The next day, Saturday, I got organized for the road trip. After I’d checked the oil, water and tire pressure in my truck, I went upstairs to my bedroom and started packing my clothes, dance notebooks and some novels into duffel bags and boxes. Gaylin wandered in after awhile. His small, delicate-featured face was clouded with worry as he climbed onto my bed. I could see he wanted to talk, so I stopped packing and sat on the floor under the window. I reached my arms toward the sky, wrists crossed and palms together, since stretching always eased my tension, but he wouldn’t make eye contact with me.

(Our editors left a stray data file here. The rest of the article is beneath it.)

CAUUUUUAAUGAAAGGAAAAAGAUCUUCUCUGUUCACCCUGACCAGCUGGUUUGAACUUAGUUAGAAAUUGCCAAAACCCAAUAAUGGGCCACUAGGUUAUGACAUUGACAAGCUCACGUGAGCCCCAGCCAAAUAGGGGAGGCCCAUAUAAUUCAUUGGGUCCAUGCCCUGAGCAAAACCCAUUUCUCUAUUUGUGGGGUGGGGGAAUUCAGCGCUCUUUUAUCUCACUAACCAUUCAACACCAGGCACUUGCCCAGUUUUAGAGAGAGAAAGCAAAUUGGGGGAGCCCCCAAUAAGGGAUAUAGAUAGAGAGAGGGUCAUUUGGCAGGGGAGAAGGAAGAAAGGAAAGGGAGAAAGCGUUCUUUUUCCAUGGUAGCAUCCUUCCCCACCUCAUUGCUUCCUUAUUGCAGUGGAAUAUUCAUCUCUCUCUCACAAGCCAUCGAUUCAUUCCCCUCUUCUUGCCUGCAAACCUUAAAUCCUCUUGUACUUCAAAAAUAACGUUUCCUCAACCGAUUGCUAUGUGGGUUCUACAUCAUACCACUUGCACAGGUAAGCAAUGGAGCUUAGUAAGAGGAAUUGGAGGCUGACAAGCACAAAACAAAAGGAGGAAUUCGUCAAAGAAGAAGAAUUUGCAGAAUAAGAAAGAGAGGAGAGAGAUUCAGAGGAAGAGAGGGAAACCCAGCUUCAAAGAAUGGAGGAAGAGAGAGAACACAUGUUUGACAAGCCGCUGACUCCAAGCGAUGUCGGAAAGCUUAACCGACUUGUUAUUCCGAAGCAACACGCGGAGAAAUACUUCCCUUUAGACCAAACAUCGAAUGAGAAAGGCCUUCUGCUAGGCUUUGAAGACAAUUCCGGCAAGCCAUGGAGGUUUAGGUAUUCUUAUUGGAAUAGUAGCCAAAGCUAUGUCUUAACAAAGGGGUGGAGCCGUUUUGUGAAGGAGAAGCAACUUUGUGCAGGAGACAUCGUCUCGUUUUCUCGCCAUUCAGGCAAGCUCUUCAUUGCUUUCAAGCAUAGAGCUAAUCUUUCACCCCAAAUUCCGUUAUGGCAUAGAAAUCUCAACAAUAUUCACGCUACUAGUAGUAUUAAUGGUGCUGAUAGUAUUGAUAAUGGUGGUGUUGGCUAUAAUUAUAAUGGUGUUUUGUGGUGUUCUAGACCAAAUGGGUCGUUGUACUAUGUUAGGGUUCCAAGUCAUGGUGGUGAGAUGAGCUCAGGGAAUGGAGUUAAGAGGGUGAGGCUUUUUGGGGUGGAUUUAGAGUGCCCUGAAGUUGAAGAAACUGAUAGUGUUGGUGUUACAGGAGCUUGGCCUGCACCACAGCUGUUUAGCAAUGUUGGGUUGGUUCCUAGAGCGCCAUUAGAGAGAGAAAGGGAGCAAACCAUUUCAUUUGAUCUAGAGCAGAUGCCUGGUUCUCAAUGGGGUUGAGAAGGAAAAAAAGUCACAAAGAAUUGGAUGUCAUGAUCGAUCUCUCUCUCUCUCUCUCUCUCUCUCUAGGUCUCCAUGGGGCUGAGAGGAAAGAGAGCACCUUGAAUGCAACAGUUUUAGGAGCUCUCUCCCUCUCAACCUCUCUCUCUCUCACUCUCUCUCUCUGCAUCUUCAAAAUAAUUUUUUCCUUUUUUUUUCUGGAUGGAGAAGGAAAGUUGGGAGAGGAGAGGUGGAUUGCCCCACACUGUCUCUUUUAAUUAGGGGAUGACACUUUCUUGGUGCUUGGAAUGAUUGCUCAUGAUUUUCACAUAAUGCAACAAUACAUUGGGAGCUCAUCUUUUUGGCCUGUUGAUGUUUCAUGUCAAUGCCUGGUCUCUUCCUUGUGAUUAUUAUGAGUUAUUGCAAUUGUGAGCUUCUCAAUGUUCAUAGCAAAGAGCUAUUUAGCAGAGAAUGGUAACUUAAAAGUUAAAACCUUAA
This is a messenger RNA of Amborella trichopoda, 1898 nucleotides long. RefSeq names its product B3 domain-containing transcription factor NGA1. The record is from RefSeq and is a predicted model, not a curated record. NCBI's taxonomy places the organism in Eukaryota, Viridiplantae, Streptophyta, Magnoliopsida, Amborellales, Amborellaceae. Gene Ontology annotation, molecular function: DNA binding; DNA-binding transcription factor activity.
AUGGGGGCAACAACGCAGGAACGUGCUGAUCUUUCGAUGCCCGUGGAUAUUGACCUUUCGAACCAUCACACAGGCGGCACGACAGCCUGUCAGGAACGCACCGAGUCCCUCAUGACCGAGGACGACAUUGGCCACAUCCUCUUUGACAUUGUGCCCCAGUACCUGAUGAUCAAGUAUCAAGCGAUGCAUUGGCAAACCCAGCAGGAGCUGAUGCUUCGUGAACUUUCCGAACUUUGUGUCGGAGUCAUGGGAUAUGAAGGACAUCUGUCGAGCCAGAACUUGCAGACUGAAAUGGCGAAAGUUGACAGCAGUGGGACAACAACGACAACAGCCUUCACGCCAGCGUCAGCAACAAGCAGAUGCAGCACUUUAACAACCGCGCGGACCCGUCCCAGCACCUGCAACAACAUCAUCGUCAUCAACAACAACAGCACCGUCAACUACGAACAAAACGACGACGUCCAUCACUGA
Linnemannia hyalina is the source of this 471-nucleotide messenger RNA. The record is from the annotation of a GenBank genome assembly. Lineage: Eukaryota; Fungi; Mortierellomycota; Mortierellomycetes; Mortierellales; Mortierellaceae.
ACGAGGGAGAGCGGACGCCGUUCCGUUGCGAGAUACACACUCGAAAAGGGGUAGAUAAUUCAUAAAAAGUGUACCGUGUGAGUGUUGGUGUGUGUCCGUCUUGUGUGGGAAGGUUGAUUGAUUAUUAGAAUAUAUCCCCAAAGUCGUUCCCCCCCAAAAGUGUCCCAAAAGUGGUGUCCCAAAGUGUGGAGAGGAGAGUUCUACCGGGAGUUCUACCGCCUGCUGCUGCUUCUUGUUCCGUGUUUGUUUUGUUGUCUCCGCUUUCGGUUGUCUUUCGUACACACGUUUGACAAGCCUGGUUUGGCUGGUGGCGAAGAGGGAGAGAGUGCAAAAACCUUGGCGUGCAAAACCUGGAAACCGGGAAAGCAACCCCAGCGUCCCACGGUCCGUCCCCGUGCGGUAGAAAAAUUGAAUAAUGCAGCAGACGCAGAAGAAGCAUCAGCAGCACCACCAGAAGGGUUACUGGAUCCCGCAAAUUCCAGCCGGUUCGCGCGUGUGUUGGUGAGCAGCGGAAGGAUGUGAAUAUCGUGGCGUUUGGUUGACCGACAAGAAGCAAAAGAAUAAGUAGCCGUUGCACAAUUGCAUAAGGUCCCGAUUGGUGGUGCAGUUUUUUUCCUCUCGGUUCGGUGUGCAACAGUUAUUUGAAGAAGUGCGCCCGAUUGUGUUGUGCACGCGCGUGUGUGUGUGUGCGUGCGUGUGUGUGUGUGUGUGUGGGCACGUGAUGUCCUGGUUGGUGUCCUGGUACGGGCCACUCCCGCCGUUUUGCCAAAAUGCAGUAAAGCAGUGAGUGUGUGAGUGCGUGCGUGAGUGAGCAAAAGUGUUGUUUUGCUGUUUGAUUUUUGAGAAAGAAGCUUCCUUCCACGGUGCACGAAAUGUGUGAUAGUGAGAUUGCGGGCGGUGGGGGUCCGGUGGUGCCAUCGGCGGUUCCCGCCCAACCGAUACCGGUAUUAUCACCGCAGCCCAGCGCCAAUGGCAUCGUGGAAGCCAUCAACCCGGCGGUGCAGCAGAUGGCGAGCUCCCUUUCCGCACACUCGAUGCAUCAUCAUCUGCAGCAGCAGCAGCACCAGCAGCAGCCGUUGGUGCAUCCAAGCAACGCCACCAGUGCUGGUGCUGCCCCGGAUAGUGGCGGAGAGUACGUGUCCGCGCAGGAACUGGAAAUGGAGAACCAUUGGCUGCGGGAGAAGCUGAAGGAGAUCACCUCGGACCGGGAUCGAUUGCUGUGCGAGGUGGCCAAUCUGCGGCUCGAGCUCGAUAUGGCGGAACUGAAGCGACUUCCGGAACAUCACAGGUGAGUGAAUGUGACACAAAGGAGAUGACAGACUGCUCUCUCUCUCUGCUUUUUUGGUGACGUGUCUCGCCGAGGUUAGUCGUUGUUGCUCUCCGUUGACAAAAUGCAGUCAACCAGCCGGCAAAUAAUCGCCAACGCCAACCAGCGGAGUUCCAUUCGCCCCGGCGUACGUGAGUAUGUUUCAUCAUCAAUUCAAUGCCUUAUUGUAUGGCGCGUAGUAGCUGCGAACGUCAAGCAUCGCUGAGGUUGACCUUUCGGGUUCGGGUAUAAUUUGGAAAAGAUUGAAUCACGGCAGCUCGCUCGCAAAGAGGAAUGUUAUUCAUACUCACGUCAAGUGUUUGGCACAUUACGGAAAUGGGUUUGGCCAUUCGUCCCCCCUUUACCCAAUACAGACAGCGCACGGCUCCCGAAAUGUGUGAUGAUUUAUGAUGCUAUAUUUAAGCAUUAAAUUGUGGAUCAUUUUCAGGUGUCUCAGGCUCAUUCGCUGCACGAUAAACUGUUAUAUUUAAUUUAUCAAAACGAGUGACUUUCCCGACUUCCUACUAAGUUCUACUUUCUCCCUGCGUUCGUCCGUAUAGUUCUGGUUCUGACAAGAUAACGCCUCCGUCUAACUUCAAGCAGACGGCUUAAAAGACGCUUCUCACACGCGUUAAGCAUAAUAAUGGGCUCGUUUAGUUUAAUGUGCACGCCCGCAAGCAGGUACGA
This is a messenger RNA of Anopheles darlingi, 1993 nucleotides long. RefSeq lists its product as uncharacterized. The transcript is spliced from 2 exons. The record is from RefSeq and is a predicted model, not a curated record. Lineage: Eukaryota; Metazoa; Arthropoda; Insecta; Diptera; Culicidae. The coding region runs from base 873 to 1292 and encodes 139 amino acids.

“What are you thinking about?” I asked him. I thought he’d say he was unhappy about my upcoming departure. I was. I wanted to stay right there in the Northwest Lovejoy house with him, Jenny and Paul.
“I think you and Paul should get married,” Gaylin announced.
“Really?” I said, surprised. “Why do you think that?”
I loved Paul dearly, but didn’t feel attracted to him at all. In his own words, he was an overweight mess, struggling with the end of his stormy marriage, going to extra meetings to keep from breaking down and taking that first drink. He had started smoking cigarettes again, going out onto the front porch late at night, when I assumed he missed Lena the most.
“You and Paul get along really well, and you both live here with me,” Gaylin said.
“I get along pretty well with most people,” I pointed out. Owen, the new principal, was the exception to this rule. “And people can be housemates without getting married. Paul and I just want to be friends with each other.”